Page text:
What’d I Say
Writer(s): Ray Charles (see lyrics here)
First Charted: July 6, 1959
Peak: 6 US, 6 CB, 6 GR, 7 HR, 11 RB, 2 DF (Click for codes to singles charts.)
Sales (in millions): 1.0 US
Airplay/Streaming (in millions): -- radio, 3.49 video, 42.35 streaming
Click on award for more details.
About the Song:
“Ray Charles is one of those performers who transcend categories and remain uniquely themselves.” LW “He survived racial prejudice, drug addiction and jail to become a national treasure.” LW He “made his own choices about material…never bowing to fashion or commercial considerations.” LW
“What’d I Say,” the song which “cracked the mainstream pop charts,” LW originated in a small town outside Pittsburgh at a marathon dance show. Needing to flesh out a second set, Charles improvised, telling his female backup singers, the Raeletts, “Whatever I say, just repeat after me.” RS500 Afterward, people rushed to Charles asking where they could buy the record. RS500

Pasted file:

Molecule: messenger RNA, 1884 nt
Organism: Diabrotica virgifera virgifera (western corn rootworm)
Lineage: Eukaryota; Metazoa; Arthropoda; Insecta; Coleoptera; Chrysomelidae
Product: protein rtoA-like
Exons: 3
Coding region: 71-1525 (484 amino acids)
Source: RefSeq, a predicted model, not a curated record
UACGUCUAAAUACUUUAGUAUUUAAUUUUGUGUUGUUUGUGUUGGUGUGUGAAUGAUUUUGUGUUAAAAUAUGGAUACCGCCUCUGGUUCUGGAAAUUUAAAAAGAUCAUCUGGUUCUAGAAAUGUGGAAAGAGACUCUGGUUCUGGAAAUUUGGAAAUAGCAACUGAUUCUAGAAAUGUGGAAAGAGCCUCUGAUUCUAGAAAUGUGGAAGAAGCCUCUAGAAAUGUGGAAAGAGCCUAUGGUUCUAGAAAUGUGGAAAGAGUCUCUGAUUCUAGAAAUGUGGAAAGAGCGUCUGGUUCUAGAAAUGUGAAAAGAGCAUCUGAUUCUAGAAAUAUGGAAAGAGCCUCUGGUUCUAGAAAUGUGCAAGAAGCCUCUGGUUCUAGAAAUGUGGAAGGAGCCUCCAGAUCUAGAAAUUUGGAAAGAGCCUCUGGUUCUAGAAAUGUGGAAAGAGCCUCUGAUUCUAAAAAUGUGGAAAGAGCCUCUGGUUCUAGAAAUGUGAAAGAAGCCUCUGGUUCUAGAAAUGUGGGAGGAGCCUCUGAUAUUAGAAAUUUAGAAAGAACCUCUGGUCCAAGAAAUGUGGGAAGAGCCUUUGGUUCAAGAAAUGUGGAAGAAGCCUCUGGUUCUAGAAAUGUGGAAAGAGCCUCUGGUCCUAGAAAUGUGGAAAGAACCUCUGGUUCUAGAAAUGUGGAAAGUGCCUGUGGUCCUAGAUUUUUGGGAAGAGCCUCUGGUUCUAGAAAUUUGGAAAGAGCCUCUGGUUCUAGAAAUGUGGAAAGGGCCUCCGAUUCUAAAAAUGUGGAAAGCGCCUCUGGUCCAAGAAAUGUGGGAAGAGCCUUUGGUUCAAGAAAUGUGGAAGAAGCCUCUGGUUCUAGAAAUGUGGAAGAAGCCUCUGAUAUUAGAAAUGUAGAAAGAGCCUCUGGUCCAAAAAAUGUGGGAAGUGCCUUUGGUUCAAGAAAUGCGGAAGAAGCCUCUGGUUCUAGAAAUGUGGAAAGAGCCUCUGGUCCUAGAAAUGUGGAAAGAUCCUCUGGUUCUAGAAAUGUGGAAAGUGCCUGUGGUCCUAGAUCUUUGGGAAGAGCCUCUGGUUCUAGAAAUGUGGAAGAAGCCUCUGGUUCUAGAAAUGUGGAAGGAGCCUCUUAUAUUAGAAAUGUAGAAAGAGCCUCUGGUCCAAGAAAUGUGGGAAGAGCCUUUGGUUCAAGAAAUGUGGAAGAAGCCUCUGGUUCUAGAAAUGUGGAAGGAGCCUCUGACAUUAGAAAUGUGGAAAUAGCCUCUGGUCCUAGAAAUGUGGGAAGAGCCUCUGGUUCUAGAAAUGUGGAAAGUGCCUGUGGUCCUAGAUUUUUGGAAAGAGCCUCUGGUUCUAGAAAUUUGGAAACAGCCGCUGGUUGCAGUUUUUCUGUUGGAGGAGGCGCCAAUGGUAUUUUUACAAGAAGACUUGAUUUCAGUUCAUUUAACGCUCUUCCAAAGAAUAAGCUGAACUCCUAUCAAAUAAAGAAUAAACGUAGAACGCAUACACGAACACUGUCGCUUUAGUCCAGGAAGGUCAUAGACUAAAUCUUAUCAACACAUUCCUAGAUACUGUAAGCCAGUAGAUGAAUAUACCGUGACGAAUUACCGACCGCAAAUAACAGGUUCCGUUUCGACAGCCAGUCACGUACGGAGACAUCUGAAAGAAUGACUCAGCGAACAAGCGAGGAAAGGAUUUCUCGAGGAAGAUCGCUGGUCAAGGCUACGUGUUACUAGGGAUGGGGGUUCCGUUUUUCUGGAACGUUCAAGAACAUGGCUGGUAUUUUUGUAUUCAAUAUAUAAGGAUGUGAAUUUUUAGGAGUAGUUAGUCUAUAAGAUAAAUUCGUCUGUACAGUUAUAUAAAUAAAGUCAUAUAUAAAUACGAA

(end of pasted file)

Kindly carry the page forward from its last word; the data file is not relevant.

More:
Charles went into the Atlantic studio in New York on February 18, 1959, to record it. Engineer Tom Dowd edited and re-sequenced the song into a “six-and-a-half-minute rave-up” RS500 which replicated the mix of the “call-and response structure of the church with the sexually charged message of the blues” NRR transforming “the sound of Sunday morning to the sound of Saturday night. TM “Charles’ grunt-’n’-groan exchanges with the Raeletts were the closest you could get to the sound of orgasm on Top Forty radio during the Eisenhower era.” RS500
Charles said the song is really “about nothing” and that the lyrics “don’t make sense,” NPR but “the people just went crazy, and they loved that little ummmmh, unnnnh…People said it was vulgar…But, hell, let’s face it, everybody knows about the ummmmh, unnnnh. That’s how we all got here.’” RS500
He considered the song “straightforward R&B” LW but it became one of “the first pop-soul classics to feature in the white dominated national charts.” LW Rolling Stone called it “the greatest feel-good song in rock & roll” RS500 and it became what Charles considered his trademark song; years later he still played at as an encore at most of his concerts. NPR
Last updated 11/23/2022.